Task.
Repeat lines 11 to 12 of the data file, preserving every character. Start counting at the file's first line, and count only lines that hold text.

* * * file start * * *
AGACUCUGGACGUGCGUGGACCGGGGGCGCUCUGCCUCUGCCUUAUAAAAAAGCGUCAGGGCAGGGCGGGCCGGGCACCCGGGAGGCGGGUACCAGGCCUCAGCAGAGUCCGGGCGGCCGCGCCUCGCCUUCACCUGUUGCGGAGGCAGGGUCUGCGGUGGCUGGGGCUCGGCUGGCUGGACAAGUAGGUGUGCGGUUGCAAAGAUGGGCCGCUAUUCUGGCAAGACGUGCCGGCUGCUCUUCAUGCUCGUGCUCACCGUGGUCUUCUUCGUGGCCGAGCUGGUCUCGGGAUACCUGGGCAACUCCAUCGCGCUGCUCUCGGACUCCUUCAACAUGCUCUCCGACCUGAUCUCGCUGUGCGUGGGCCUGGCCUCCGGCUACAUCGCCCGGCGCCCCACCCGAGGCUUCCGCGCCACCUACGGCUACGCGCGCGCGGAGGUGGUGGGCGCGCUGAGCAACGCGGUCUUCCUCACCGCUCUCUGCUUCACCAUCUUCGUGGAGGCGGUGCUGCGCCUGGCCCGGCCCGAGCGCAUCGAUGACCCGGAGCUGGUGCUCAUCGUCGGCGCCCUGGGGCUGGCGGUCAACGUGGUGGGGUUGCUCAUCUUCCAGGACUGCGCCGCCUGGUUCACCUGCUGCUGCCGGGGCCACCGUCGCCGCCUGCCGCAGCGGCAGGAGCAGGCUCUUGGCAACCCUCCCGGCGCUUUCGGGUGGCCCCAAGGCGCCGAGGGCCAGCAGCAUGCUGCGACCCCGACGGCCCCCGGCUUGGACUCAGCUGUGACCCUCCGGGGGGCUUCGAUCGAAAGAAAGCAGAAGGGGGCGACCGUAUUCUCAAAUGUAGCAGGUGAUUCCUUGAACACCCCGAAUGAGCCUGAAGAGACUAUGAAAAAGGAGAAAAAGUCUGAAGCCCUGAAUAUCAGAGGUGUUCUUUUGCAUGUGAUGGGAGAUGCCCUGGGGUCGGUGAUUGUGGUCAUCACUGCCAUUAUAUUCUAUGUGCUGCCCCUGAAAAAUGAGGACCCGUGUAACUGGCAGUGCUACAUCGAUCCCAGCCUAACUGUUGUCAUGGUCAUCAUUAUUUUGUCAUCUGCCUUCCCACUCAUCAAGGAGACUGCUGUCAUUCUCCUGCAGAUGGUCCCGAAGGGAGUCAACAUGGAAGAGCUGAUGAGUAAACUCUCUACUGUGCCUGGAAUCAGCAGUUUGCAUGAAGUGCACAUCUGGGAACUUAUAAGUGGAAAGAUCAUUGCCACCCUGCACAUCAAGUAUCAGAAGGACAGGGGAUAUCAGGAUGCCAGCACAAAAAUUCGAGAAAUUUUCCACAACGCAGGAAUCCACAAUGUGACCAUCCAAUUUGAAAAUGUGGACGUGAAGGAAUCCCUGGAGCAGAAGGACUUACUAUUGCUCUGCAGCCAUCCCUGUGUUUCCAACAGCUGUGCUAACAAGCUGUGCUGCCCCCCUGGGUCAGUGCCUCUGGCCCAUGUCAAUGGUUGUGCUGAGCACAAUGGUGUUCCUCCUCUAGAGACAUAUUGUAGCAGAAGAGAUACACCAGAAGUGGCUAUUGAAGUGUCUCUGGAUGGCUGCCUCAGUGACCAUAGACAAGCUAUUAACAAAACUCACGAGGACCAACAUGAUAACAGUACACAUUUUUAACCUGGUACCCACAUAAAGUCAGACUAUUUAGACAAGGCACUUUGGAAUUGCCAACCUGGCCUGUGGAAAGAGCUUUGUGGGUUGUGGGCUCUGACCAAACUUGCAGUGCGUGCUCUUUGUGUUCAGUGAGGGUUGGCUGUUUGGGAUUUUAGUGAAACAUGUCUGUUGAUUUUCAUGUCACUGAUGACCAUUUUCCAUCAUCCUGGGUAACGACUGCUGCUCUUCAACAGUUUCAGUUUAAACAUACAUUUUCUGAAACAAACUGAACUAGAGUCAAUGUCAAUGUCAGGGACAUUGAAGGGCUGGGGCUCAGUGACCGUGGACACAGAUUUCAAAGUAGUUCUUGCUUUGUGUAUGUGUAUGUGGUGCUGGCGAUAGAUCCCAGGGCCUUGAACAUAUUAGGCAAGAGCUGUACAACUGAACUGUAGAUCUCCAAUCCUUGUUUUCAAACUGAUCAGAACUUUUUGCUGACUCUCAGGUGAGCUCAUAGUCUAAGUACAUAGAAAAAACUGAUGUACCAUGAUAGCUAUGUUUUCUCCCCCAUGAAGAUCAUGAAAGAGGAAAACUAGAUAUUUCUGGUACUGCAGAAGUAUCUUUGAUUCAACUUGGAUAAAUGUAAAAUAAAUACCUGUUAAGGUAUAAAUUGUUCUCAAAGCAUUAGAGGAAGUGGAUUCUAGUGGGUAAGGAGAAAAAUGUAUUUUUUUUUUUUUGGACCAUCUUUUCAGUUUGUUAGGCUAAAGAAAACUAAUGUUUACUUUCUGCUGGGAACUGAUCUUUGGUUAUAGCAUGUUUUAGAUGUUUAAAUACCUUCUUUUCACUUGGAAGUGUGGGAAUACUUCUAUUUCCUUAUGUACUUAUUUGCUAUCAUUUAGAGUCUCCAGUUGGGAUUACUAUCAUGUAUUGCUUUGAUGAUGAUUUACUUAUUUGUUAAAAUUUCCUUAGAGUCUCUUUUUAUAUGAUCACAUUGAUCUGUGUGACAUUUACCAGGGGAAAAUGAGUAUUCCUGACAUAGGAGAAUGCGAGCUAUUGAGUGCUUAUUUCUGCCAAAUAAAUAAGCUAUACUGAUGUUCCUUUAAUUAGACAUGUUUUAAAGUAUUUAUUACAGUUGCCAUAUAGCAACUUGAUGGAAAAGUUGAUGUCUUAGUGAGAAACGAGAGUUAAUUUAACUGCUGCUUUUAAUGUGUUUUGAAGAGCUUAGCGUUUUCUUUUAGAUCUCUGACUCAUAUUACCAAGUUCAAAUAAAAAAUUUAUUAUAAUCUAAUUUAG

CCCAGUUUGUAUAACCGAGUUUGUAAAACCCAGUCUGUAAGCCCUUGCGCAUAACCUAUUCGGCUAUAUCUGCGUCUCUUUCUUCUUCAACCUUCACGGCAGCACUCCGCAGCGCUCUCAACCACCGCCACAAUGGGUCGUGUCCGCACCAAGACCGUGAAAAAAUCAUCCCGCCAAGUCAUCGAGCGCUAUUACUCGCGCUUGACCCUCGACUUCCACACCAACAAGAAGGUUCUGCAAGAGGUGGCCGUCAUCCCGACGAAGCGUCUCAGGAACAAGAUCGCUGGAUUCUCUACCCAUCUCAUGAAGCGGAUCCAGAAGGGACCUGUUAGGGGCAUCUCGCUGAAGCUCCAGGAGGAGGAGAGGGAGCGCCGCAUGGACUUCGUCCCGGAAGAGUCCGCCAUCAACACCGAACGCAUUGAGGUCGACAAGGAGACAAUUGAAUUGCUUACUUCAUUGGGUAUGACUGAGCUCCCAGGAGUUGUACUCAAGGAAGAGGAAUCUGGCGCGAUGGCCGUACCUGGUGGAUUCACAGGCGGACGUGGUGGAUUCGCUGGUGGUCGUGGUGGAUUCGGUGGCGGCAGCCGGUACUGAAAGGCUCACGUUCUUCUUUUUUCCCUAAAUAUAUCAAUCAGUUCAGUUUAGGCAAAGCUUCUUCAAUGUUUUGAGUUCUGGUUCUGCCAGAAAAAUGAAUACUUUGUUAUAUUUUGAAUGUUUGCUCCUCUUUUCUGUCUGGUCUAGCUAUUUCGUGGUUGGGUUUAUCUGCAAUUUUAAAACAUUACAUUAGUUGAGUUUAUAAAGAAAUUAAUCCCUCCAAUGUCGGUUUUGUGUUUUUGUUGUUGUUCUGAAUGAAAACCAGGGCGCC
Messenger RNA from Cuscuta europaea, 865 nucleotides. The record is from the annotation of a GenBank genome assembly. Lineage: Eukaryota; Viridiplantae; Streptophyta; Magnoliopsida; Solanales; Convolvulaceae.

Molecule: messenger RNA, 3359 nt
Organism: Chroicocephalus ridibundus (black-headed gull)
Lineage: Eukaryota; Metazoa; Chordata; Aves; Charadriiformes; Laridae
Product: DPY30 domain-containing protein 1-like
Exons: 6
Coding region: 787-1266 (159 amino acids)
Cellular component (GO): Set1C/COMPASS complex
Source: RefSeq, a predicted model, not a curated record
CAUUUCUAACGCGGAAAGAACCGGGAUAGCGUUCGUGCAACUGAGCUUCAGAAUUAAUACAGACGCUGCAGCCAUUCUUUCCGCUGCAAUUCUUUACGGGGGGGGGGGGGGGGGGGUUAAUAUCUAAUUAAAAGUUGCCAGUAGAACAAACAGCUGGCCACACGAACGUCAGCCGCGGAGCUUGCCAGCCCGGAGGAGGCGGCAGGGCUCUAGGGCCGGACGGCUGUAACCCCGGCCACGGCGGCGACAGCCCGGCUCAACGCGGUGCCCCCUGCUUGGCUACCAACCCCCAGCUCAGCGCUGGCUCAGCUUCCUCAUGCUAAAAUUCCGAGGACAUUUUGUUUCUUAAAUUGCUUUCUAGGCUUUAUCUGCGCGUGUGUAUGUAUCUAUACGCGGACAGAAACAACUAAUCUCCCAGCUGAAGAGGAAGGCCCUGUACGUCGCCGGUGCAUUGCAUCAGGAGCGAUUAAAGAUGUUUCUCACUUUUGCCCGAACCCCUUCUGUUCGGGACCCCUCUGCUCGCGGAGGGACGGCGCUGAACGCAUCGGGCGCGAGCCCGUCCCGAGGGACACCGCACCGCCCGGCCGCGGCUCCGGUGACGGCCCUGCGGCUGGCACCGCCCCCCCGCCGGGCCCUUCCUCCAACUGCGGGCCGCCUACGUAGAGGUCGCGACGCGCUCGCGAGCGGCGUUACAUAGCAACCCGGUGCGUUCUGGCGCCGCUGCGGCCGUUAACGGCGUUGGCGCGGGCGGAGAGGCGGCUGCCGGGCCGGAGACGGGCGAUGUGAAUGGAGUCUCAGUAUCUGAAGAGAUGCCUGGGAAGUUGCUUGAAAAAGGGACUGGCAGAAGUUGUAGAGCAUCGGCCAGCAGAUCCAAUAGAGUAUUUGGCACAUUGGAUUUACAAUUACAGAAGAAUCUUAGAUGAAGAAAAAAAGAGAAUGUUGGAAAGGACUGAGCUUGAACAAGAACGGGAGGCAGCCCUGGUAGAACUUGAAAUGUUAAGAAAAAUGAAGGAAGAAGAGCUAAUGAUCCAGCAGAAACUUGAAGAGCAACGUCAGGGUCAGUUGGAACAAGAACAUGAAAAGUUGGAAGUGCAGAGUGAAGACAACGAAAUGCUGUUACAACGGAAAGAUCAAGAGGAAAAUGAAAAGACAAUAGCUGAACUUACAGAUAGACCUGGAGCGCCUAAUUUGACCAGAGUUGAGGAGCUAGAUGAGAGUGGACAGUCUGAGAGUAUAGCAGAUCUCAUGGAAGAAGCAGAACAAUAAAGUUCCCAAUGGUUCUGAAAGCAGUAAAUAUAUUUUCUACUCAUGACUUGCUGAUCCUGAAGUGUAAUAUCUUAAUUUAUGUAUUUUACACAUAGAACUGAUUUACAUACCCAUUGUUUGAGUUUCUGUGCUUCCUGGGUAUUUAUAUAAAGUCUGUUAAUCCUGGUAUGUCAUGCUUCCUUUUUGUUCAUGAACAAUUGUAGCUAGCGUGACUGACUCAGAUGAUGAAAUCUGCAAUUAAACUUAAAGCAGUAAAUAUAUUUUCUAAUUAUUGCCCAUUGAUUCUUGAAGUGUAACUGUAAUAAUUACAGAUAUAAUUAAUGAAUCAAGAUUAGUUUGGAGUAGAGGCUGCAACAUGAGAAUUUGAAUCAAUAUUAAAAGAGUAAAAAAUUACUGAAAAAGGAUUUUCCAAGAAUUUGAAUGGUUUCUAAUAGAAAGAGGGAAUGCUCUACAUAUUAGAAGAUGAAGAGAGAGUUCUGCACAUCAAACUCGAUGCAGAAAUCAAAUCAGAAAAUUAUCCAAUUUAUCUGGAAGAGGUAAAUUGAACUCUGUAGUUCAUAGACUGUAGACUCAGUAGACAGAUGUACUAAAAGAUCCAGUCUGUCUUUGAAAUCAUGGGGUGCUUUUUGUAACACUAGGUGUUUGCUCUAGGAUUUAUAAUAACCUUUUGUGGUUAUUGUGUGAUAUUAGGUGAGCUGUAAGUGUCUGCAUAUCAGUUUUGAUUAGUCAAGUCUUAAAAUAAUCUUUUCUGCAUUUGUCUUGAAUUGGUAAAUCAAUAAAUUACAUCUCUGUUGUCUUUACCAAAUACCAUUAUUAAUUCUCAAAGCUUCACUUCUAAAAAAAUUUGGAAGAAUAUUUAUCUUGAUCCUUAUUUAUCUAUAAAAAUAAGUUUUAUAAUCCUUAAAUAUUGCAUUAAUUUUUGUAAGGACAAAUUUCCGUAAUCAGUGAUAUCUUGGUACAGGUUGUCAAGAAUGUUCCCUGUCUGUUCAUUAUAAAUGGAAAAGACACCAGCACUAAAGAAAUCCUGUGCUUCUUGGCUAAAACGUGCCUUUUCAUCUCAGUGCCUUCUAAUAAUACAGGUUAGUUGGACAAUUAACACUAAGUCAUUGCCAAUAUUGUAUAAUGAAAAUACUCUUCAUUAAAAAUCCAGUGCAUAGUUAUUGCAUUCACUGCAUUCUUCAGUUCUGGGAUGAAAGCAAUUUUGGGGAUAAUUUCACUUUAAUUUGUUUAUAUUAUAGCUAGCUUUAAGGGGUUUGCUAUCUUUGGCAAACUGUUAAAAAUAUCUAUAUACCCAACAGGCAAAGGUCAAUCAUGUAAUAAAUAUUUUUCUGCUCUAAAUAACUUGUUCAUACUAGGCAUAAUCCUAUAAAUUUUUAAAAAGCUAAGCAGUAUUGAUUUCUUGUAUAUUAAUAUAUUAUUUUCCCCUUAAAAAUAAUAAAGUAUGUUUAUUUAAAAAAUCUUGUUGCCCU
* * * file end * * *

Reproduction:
Source: RefSeq, a predicted model, not a curated record
CAUUUCUAACGCGGAAAGAACCGGGAUAGCGUUCGUGCAACUGAGCUUCAGAAUUAAUACAGACGCUGCAGCCAUUCUUUCCGCUGCAAUUCUUUACGGGGGGGGGGGGGGGGGGGUUAAUAUCUAAUUAAAAGUUGCCAGUAGAACAAACAGCUGGCCACACGAACGUCAGCCGCGGAGCUUGCCAGCCCGGAGGAGGCGGCAGGGCUCUAGGGCCGGACGGCUGUAACCCCGGCCACGGCGGCGACAGCCCGGCUCAACGCGGUGCCCCCUGCUUGGCUACCAACCCCCAGCUCAGCGCUGGCUCAGCUUCCUCAUGCUAAAAUUCCGAGGACAUUUUGUUUCUUAAAUUGCUUUCUAGGCUUUAUCUGCGCGUGUGUAUGUAUCUAUACGCGGACAGAAACAACUAAUCUCCCAGCUGAAGAGGAAGGCCCUGUACGUCGCCGGUGCAUUGCAUCAGGAGCGAUUAAAGAUGUUUCUCACUUUUGCCCGAACCCCUUCUGUUCGGGACCCCUCUGCUCGCGGAGGGACGGCGCUGAACGCAUCGGGCGCGAGCCCGUCCCGAGGGACACCGCACCGCCCGGCCGCGGCUCCGGUGACGGCCCUGCGGCUGGCACCGCCCCCCCGCCGGGCCCUUCCUCCAACUGCGGGCCGCCUACGUAGAGGUCGCGACGCGCUCGCGAGCGGCGUUACAUAGCAACCCGGUGCGUUCUGGCGCCGCUGCGGCCGUUAACGGCGUUGGCGCGGGCGGAGAGGCGGCUGCCGGGCCGGAGACGGGCGAUGUGAAUGGAGUCUCAGUAUCUGAAGAGAUGCCUGGGAAGUUGCUUGAAAAAGGGACUGGCAGAAGUUGUAGAGCAUCGGCCAGCAGAUCCAAUAGAGUAUUUGGCACAUUGGAUUUACAAUUACAGAAGAAUCUUAGAUGAAGAAAAAAAGAGAAUGUUGGAAAGGACUGAGCUUGAACAAGAACGGGAGGCAGCCCUGGUAGAACUUGAAAUGUUAAGAAAAAUGAAGGAAGAAGAGCUAAUGAUCCAGCAGAAACUUGAAGAGCAACGUCAGGGUCAGUUGGAACAAGAACAUGAAAAGUUGGAAGUGCAGAGUGAAGACAACGAAAUGCUGUUACAACGGAAAGAUCAAGAGGAAAAUGAAAAGACAAUAGCUGAACUUACAGAUAGACCUGGAGCGCCUAAUUUGACCAGAGUUGAGGAGCUAGAUGAGAGUGGACAGUCUGAGAGUAUAGCAGAUCUCAUGGAAGAAGCAGAACAAUAAAGUUCCCAAUGGUUCUGAAAGCAGUAAAUAUAUUUUCUACUCAUGACUUGCUGAUCCUGAAGUGUAAUAUCUUAAUUUAUGUAUUUUACACAUAGAACUGAUUUACAUACCCAUUGUUUGAGUUUCUGUGCUUCCUGGGUAUUUAUAUAAAGUCUGUUAAUCCUGGUAUGUCAUGCUUCCUUUUUGUUCAUGAACAAUUGUAGCUAGCGUGACUGACUCAGAUGAUGAAAUCUGCAAUUAAACUUAAAGCAGUAAAUAUAUUUUCUAAUUAUUGCCCAUUGAUUCUUGAAGUGUAACUGUAAUAAUUACAGAUAUAAUUAAUGAAUCAAGAUUAGUUUGGAGUAGAGGCUGCAACAUGAGAAUUUGAAUCAAUAUUAAAAGAGUAAAAAAUUACUGAAAAAGGAUUUUCCAAGAAUUUGAAUGGUUUCUAAUAGAAAGAGGGAAUGCUCUACAUAUUAGAAGAUGAAGAGAGAGUUCUGCACAUCAAACUCGAUGCAGAAAUCAAAUCAGAAAAUUAUCCAAUUUAUCUGGAAGAGGUAAAUUGAACUCUGUAGUUCAUAGACUGUAGACUCAGUAGACAGAUGUACUAAAAGAUCCAGUCUGUCUUUGAAAUCAUGGGGUGCUUUUUGUAACACUAGGUGUUUGCUCUAGGAUUUAUAAUAACCUUUUGUGGUUAUUGUGUGAUAUUAGGUGAGCUGUAAGUGUCUGCAUAUCAGUUUUGAUUAGUCAAGUCUUAAAAUAAUCUUUUCUGCAUUUGUCUUGAAUUGGUAAAUCAAUAAAUUACAUCUCUGUUGUCUUUACCAAAUACCAUUAUUAAUUCUCAAAGCUUCACUUCUAAAAAAAUUUGGAAGAAUAUUUAUCUUGAUCCUUAUUUAUCUAUAAAAAUAAGUUUUAUAAUCCUUAAAUAUUGCAUUAAUUUUUGUAAGGACAAAUUUCCGUAAUCAGUGAUAUCUUGGUACAGGUUGUCAAGAAUGUUCCCUGUCUGUUCAUUAUAAAUGGAAAAGACACCAGCACUAAAGAAAUCCUGUGCUUCUUGGCUAAAACGUGCCUUUUCAUCUCAGUGCCUUCUAAUAAUACAGGUUAGUUGGACAAUUAACACUAAGUCAUUGCCAAUAUUGUAUAAUGAAAAUACUCUUCAUUAAAAAUCCAGUGCAUAGUUAUUGCAUUCACUGCAUUCUUCAGUUCUGGGAUGAAAGCAAUUUUGGGGAUAAUUUCACUUUAAUUUGUUUAUAUUAUAGCUAGCUUUAAGGGGUUUGCUAUCUUUGGCAAACUGUUAAAAAUAUCUAUAUACCCAACAGGCAAAGGUCAAUCAUGUAAUAAAUAUUUUUCUGCUCUAAAUAACUUGUUCAUACUAGGCAUAAUCCUAUAAAUUUUUAAAAAGCUAAGCAGUAUUGAUUUCUUGUAUAUUAAUAUAUUAUUUUCCCCUUAAAAAUAAUAAAGUAUGUUUAUUUAAAAAAUCUUGUUGCCCU